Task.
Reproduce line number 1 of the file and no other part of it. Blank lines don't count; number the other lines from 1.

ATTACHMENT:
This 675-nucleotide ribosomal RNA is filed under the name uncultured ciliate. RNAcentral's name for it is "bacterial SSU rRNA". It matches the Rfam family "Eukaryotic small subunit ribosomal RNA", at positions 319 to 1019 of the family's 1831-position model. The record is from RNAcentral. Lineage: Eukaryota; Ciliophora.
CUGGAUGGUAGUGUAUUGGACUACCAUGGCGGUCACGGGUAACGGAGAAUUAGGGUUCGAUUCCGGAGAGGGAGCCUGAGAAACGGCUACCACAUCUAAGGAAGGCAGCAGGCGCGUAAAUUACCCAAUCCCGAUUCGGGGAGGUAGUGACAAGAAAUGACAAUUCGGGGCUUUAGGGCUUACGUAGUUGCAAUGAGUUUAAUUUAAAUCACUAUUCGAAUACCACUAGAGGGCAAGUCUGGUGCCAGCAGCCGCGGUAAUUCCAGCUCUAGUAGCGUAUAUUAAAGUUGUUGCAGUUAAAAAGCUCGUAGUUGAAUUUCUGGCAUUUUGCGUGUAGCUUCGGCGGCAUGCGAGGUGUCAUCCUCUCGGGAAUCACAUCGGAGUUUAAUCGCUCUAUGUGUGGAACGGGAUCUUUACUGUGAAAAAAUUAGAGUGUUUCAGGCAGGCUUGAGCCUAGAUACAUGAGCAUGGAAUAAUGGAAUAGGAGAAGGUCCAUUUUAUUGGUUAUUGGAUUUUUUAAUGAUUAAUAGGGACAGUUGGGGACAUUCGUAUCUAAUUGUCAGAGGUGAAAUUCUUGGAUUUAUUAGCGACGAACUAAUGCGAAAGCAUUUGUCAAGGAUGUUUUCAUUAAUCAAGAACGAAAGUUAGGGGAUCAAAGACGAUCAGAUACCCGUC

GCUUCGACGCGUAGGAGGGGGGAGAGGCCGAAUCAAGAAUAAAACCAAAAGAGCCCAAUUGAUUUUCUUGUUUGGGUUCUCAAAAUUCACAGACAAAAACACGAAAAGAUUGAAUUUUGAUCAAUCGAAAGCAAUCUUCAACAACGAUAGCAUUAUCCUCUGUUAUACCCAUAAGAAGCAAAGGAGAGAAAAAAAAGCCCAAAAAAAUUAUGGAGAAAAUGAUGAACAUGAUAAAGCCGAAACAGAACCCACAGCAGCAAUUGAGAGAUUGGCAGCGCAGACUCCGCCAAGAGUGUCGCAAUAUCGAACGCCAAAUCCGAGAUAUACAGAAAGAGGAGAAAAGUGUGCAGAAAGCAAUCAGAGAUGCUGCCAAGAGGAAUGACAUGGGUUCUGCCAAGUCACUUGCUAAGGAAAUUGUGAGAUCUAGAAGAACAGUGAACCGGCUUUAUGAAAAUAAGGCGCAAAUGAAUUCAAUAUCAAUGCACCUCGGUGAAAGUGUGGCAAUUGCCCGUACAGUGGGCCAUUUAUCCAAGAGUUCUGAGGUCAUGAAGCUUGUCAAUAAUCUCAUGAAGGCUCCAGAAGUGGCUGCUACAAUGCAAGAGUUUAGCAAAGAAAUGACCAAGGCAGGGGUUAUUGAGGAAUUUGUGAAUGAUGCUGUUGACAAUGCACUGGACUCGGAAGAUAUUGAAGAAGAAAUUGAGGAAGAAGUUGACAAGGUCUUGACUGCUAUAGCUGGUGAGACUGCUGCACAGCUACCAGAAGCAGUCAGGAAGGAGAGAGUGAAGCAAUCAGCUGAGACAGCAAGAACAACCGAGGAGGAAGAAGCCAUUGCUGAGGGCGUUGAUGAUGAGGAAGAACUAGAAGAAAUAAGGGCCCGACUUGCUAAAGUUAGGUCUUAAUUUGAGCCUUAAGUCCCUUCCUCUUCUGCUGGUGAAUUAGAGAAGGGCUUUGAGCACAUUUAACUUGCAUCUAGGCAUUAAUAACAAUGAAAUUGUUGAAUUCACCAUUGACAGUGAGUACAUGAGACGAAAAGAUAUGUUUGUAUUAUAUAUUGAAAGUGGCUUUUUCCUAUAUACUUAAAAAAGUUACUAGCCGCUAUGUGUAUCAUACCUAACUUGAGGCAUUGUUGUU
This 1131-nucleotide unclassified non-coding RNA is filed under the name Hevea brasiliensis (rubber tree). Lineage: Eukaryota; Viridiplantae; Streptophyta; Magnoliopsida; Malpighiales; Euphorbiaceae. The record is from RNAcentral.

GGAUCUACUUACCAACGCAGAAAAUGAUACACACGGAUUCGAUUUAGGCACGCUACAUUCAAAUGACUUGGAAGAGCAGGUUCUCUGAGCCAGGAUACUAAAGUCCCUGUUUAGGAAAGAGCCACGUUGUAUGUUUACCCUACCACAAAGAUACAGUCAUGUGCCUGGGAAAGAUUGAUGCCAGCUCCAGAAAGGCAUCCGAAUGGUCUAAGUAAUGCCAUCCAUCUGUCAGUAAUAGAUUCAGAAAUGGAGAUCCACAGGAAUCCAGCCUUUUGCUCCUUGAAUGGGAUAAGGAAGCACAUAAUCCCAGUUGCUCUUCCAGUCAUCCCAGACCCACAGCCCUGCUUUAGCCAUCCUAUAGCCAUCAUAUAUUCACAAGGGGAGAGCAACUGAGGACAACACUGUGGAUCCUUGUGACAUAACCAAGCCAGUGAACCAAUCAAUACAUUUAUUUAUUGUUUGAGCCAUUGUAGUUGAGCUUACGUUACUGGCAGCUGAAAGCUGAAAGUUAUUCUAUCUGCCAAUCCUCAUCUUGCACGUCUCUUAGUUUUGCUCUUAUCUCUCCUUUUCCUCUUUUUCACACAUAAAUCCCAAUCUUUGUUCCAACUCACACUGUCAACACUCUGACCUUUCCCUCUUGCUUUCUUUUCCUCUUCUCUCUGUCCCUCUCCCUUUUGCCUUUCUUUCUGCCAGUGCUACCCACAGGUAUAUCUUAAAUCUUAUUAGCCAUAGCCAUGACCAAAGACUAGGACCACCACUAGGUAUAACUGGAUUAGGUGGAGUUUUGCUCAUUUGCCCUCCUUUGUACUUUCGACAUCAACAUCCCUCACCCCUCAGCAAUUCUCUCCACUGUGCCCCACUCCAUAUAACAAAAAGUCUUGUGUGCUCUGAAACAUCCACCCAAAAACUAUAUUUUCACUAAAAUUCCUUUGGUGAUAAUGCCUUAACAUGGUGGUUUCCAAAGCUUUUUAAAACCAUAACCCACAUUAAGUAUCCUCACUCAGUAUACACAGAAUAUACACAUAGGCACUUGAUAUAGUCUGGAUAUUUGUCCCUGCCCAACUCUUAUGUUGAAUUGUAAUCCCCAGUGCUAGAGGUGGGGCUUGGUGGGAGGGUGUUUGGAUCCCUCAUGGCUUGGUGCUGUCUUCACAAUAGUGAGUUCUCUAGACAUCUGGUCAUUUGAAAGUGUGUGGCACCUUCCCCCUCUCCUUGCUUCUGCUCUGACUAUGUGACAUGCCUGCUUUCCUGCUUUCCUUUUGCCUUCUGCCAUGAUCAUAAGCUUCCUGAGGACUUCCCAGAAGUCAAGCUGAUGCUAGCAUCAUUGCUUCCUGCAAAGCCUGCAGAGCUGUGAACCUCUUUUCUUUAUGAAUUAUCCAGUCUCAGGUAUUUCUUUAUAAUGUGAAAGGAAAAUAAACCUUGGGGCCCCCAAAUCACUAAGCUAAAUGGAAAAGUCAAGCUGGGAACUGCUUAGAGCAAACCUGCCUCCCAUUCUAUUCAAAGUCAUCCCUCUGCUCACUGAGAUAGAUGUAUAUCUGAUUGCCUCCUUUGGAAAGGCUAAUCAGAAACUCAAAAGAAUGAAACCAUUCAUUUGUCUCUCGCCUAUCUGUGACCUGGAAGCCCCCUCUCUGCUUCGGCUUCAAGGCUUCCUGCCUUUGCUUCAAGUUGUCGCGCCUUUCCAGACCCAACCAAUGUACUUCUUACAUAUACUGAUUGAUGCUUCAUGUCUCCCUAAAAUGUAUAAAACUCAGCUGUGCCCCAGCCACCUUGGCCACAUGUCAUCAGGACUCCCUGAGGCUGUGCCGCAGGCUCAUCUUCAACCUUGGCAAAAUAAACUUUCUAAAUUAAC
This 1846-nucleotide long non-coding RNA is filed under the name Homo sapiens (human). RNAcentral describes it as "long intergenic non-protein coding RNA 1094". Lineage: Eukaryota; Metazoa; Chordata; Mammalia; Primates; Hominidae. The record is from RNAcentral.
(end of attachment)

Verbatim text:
This 675-nucleotide ribosomal RNA is filed under the name uncultured ciliate. RNAcentral's name for it is "bacterial SSU rRNA". It matches the Rfam family "Eukaryotic small subunit ribosomal RNA", at positions 319 to 1019 of the family's 1831-position model. The record is from RNAcentral. Lineage: Eukaryota; Ciliophora.